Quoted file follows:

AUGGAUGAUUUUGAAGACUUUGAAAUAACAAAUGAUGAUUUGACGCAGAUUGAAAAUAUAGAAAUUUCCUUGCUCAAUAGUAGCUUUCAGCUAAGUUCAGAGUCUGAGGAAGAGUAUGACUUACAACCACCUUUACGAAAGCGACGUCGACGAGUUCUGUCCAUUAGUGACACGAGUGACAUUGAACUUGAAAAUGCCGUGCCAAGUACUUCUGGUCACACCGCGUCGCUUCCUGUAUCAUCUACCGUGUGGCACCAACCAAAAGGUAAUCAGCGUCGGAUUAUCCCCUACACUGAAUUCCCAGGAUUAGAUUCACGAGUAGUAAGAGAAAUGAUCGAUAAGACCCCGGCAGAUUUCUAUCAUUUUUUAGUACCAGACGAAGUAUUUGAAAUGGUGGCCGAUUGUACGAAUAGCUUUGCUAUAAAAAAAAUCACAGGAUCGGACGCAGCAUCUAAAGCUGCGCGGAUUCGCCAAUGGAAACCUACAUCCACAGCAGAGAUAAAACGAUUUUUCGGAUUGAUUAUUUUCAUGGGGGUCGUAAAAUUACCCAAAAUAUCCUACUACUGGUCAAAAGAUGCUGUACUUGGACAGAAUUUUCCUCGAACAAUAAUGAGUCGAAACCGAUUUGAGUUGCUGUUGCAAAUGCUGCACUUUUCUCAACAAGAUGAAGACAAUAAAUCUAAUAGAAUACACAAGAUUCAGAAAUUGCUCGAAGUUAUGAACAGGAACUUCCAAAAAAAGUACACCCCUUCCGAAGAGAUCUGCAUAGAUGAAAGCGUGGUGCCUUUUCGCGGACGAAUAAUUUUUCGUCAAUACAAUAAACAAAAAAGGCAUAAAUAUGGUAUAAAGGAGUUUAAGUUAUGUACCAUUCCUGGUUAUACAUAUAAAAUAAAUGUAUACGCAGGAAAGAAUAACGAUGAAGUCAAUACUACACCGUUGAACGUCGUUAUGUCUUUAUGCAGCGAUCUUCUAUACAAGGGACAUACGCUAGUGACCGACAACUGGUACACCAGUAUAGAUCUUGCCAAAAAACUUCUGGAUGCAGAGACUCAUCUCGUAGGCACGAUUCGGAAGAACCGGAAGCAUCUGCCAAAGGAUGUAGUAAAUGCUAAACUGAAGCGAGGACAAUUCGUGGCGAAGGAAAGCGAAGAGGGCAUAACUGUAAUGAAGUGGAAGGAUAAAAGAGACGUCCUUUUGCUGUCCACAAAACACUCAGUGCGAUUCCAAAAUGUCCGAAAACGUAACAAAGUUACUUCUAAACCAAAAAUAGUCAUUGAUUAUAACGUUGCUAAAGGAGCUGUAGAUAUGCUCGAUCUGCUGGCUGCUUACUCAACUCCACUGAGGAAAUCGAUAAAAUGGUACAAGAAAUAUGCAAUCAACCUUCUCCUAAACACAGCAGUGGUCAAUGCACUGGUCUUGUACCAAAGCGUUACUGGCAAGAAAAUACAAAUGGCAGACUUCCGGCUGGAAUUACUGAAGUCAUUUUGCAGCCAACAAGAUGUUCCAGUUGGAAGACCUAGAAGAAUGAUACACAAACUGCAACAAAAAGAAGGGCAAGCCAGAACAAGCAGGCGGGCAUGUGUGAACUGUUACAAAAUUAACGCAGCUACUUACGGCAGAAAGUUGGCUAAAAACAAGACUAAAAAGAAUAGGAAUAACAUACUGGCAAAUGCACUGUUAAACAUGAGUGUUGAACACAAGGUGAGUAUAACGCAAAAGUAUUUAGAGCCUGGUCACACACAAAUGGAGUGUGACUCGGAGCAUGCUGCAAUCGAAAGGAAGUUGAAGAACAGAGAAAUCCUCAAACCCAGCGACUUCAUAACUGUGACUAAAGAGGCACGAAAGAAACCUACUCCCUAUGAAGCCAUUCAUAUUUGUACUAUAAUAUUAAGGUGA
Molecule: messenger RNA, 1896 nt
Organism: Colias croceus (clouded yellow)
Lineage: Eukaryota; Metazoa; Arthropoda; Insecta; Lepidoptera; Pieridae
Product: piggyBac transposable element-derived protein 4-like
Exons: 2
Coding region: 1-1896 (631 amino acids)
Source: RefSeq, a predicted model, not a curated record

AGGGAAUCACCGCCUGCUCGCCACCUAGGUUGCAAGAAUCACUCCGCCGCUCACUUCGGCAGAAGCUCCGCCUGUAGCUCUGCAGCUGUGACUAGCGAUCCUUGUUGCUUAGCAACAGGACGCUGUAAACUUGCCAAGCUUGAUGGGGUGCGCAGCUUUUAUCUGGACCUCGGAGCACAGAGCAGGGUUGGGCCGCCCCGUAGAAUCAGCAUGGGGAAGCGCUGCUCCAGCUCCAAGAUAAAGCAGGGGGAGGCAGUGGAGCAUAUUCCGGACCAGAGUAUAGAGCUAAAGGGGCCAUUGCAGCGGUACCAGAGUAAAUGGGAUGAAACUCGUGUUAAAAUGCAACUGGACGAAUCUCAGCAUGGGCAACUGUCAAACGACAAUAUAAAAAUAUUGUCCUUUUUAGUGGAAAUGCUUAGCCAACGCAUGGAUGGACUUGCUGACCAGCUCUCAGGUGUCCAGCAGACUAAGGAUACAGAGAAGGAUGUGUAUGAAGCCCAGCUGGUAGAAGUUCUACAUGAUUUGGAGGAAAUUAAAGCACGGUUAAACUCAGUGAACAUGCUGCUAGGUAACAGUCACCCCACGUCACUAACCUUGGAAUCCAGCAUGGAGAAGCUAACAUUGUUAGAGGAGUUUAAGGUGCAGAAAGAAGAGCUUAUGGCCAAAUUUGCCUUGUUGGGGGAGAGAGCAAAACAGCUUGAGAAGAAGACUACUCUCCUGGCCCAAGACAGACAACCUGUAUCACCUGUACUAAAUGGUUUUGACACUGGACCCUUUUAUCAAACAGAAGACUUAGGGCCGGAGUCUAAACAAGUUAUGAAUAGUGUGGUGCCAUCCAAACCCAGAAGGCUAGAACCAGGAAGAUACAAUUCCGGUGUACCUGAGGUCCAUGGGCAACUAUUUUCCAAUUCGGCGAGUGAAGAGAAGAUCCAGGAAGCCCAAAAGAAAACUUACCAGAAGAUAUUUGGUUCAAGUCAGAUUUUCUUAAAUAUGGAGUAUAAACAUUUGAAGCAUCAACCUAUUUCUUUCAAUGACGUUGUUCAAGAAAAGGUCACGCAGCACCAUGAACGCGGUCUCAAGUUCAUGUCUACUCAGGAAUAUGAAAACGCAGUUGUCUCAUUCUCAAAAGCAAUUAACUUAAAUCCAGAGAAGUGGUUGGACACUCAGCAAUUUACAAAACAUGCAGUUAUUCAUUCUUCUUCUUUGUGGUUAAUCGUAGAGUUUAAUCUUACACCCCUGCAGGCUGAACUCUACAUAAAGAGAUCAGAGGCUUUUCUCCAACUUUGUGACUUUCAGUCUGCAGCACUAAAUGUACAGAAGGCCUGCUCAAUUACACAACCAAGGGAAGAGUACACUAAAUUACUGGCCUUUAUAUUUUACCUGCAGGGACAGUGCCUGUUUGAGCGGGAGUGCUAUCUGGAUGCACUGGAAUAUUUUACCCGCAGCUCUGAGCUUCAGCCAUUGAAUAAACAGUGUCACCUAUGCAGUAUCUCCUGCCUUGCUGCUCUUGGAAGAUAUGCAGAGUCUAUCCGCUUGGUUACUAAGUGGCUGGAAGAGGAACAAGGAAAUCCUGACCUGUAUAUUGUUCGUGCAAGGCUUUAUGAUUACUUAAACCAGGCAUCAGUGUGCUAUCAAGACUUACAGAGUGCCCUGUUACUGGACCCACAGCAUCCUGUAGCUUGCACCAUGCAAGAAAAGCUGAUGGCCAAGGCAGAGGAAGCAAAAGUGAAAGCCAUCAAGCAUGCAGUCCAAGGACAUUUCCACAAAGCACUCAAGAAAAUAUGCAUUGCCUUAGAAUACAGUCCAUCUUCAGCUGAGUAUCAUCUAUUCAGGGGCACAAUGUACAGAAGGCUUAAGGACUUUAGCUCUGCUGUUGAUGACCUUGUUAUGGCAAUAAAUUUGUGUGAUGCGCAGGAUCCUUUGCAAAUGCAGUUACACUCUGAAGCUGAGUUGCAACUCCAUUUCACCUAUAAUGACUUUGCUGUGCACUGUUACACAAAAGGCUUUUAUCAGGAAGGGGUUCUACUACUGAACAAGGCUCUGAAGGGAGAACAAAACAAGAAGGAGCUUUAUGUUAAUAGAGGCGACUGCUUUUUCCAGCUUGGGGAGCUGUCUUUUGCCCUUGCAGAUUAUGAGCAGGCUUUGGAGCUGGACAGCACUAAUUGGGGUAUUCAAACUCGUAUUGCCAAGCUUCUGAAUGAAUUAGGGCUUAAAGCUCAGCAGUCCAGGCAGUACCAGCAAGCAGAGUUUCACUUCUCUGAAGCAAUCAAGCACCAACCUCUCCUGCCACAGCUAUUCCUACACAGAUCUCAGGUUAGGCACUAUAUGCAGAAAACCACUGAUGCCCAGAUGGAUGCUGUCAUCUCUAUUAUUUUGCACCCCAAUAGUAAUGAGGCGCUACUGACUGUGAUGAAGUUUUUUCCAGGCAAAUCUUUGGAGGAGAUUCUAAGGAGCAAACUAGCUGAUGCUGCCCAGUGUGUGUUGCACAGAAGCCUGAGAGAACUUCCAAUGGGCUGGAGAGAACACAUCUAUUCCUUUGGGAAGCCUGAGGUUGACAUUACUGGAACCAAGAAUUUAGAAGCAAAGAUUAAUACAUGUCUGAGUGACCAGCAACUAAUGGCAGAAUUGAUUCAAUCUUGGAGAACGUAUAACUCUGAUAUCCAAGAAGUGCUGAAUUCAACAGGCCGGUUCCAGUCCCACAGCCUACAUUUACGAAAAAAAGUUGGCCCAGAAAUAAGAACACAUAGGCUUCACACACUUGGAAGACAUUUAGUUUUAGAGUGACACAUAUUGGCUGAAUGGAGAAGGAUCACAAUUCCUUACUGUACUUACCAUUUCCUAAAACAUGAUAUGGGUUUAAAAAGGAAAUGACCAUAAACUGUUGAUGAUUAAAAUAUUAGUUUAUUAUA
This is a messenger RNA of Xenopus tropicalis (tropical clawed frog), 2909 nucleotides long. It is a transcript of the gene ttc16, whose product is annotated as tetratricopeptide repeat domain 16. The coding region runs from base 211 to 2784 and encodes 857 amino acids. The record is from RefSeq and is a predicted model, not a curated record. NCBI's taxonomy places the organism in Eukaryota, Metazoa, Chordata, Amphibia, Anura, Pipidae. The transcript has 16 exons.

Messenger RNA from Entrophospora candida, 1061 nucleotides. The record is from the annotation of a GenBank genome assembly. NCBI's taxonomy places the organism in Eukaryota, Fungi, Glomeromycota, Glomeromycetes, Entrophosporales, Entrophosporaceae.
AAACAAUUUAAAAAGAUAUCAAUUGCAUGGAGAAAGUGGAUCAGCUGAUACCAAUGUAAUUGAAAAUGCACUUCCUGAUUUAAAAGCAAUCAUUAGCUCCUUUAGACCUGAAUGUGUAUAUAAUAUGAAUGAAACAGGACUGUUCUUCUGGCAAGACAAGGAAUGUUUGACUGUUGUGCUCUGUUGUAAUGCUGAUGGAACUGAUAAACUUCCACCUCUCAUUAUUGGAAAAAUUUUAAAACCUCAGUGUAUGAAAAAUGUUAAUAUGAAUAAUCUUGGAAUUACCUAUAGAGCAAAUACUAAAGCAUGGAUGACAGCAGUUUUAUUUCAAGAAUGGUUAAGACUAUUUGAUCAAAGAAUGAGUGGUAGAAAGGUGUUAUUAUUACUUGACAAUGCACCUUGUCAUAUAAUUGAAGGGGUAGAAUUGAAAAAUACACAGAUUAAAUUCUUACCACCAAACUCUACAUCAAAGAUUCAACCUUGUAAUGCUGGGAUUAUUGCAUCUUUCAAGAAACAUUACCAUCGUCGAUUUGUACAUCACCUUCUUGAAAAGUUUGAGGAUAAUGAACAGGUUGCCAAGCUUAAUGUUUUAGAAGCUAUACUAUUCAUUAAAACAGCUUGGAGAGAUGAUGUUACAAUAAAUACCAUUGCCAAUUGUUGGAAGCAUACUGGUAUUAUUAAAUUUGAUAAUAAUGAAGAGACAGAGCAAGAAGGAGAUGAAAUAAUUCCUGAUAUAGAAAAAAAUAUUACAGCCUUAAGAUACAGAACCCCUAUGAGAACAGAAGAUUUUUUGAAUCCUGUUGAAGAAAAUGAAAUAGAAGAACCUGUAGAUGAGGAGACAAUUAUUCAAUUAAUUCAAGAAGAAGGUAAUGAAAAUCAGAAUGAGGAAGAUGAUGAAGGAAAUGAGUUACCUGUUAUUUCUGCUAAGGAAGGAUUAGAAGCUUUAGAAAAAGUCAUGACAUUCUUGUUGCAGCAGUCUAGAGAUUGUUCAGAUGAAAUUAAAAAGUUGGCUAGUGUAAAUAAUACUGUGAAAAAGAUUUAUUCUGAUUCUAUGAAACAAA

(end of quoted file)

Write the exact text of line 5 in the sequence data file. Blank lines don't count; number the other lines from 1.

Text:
Product: piggyBac transposable element-derived protein 4-like